The cloud is a game-changer, and those who make a living off how it’s played are getting concerned. Videoconferencing is expected to take a hit to revenue as users begin turning to more affordable PC software and cloud computing, forcing them to up their game to compete.
Rather than purchasing traditional hardware-based videoconferencing systems, which can take up entire rooms, companies are beginning to adopt software-based systems that can be used from desktop computers.
As such, the market share is shifting away from room-based systems and toward the more flexible and affordable systems.
While the larger room-based systems may be impressive, and can grant a more realistic conferencing experience, they can cost upwards of thousands of dollars, compared to the hosted systems that cost a small monthly fee. Software offerings can still provide the same services as room-based systems, such as multipoint video, without taking up as much space or money.
Furthermore, it’s often easier to get everyone on their computers at the same time than it is to get everyone into a few rooms for videoconferences. The affordability of software-based systems also helps make video more widely available to employees, and thus more used.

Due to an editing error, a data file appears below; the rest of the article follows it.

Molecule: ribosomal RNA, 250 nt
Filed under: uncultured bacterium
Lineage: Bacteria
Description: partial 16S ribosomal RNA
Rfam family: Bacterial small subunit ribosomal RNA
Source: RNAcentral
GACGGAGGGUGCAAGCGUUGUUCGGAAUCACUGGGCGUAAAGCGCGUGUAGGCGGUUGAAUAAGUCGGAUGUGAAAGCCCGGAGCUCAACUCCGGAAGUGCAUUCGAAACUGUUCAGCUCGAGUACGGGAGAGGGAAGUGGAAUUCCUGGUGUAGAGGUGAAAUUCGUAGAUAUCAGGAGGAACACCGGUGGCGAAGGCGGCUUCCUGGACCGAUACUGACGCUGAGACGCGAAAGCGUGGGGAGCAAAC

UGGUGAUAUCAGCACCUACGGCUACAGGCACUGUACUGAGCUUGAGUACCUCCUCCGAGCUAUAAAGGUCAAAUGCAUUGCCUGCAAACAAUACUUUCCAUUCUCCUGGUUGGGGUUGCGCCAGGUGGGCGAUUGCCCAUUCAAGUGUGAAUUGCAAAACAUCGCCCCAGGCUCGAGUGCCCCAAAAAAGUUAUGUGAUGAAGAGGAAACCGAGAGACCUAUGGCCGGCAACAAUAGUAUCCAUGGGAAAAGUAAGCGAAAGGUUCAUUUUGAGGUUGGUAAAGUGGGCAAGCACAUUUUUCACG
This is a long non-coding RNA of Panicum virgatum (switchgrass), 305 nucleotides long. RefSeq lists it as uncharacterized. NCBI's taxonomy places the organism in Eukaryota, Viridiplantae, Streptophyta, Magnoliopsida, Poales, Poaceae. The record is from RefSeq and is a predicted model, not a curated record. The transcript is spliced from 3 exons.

Companies are trying to keep up, such as Polycom’s (News - Alert) new videoconferencing products, which include software-based systems for PCs. This comes after a decline of year-to-year revenue, in part caused by the above reasons.
Cisco (News - Alert) is also offering customers the voice of using videconferencing and Web collaboration services in the cloud, having faced a similar decline in revenue.
However, room-based videoconferencing is not completely out of the running. It offers a far more immersive experience, and has higher quality than PC videoconferencing. For long meetings, it is still the preferred method.
For shorter meetings, though, videoconferencing software is proving a dangerous competitor.
Edited by Braden Becker